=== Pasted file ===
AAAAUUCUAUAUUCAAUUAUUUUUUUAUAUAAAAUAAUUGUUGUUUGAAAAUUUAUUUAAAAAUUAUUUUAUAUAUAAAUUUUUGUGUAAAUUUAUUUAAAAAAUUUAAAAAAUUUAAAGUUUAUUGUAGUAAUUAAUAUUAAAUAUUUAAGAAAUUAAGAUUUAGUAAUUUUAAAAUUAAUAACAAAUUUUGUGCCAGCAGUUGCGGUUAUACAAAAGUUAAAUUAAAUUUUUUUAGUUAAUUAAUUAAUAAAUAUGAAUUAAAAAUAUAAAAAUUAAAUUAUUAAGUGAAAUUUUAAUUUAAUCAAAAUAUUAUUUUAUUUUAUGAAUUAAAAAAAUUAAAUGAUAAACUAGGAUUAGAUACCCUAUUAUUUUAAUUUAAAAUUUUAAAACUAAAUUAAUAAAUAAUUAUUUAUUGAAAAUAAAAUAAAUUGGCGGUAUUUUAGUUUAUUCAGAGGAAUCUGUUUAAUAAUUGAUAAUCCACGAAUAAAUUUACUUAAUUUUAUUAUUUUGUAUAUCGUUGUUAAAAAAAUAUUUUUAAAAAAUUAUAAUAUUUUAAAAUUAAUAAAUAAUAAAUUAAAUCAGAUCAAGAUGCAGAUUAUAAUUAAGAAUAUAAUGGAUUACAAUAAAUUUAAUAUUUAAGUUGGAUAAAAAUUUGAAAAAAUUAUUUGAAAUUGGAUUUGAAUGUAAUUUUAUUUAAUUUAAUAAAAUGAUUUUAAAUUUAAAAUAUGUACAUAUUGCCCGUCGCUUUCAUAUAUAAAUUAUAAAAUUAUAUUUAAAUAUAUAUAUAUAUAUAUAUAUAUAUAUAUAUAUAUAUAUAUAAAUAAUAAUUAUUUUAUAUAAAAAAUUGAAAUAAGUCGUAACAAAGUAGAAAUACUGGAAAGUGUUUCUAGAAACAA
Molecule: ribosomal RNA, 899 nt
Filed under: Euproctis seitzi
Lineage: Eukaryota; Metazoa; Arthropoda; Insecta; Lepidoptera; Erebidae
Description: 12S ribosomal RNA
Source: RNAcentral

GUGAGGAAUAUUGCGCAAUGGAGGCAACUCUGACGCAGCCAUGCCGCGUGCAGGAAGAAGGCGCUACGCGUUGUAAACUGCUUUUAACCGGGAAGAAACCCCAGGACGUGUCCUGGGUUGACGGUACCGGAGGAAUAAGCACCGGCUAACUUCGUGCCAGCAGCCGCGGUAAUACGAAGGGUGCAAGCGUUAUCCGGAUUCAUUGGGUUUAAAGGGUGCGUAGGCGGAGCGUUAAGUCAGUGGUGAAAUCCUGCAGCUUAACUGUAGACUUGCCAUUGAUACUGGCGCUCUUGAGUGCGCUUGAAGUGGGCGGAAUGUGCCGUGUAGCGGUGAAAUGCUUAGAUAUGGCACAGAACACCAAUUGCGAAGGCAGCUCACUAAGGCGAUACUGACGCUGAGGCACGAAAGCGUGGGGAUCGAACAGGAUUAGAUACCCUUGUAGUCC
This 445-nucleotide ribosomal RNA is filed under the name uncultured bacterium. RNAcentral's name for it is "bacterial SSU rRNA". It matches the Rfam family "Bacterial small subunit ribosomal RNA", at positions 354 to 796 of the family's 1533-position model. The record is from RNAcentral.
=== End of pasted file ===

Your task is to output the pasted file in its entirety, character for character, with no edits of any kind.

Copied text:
AAAAUUCUAUAUUCAAUUAUUUUUUUAUAUAAAAUAAUUGUUGUUUGAAAAUUUAUUUAAAAAUUAUUUUAUAUAUAAAUUUUUGUGUAAAUUUAUUUAAAAAAUUUAAAAAAUUUAAAGUUUAUUGUAGUAAUUAAUAUUAAAUAUUUAAGAAAUUAAGAUUUAGUAAUUUUAAAAUUAAUAACAAAUUUUGUGCCAGCAGUUGCGGUUAUACAAAAGUUAAAUUAAAUUUUUUUAGUUAAUUAAUUAAUAAAUAUGAAUUAAAAAUAUAAAAAUUAAAUUAUUAAGUGAAAUUUUAAUUUAAUCAAAAUAUUAUUUUAUUUUAUGAAUUAAAAAAAUUAAAUGAUAAACUAGGAUUAGAUACCCUAUUAUUUUAAUUUAAAAUUUUAAAACUAAAUUAAUAAAUAAUUAUUUAUUGAAAAUAAAAUAAAUUGGCGGUAUUUUAGUUUAUUCAGAGGAAUCUGUUUAAUAAUUGAUAAUCCACGAAUAAAUUUACUUAAUUUUAUUAUUUUGUAUAUCGUUGUUAAAAAAAUAUUUUUAAAAAAUUAUAAUAUUUUAAAAUUAAUAAAUAAUAAAUUAAAUCAGAUCAAGAUGCAGAUUAUAAUUAAGAAUAUAAUGGAUUACAAUAAAUUUAAUAUUUAAGUUGGAUAAAAAUUUGAAAAAAUUAUUUGAAAUUGGAUUUGAAUGUAAUUUUAUUUAAUUUAAUAAAAUGAUUUUAAAUUUAAAAUAUGUACAUAUUGCCCGUCGCUUUCAUAUAUAAAUUAUAAAAUUAUAUUUAAAUAUAUAUAUAUAUAUAUAUAUAUAUAUAUAUAUAUAUAUAUAAAUAAUAAUUAUUUUAUAUAAAAAAUUGAAAUAAGUCGUAACAAAGUAGAAAUACUGGAAAGUGUUUCUAGAAACAA
Molecule: ribosomal RNA, 899 nt
Filed under: Euproctis seitzi
Lineage: Eukaryota; Metazoa; Arthropoda; Insecta; Lepidoptera; Erebidae
Description: 12S ribosomal RNA
Source: RNAcentral

GUGAGGAAUAUUGCGCAAUGGAGGCAACUCUGACGCAGCCAUGCCGCGUGCAGGAAGAAGGCGCUACGCGUUGUAAACUGCUUUUAACCGGGAAGAAACCCCAGGACGUGUCCUGGGUUGACGGUACCGGAGGAAUAAGCACCGGCUAACUUCGUGCCAGCAGCCGCGGUAAUACGAAGGGUGCAAGCGUUAUCCGGAUUCAUUGGGUUUAAAGGGUGCGUAGGCGGAGCGUUAAGUCAGUGGUGAAAUCCUGCAGCUUAACUGUAGACUUGCCAUUGAUACUGGCGCUCUUGAGUGCGCUUGAAGUGGGCGGAAUGUGCCGUGUAGCGGUGAAAUGCUUAGAUAUGGCACAGAACACCAAUUGCGAAGGCAGCUCACUAAGGCGAUACUGACGCUGAGGCACGAAAGCGUGGGGAUCGAACAGGAUUAGAUACCCUUGUAGUCC
This 445-nucleotide ribosomal RNA is filed under the name uncultured bacterium. RNAcentral's name for it is "bacterial SSU rRNA". It matches the Rfam family "Bacterial small subunit ribosomal RNA", at positions 354 to 796 of the family's 1533-position model. The record is from RNAcentral.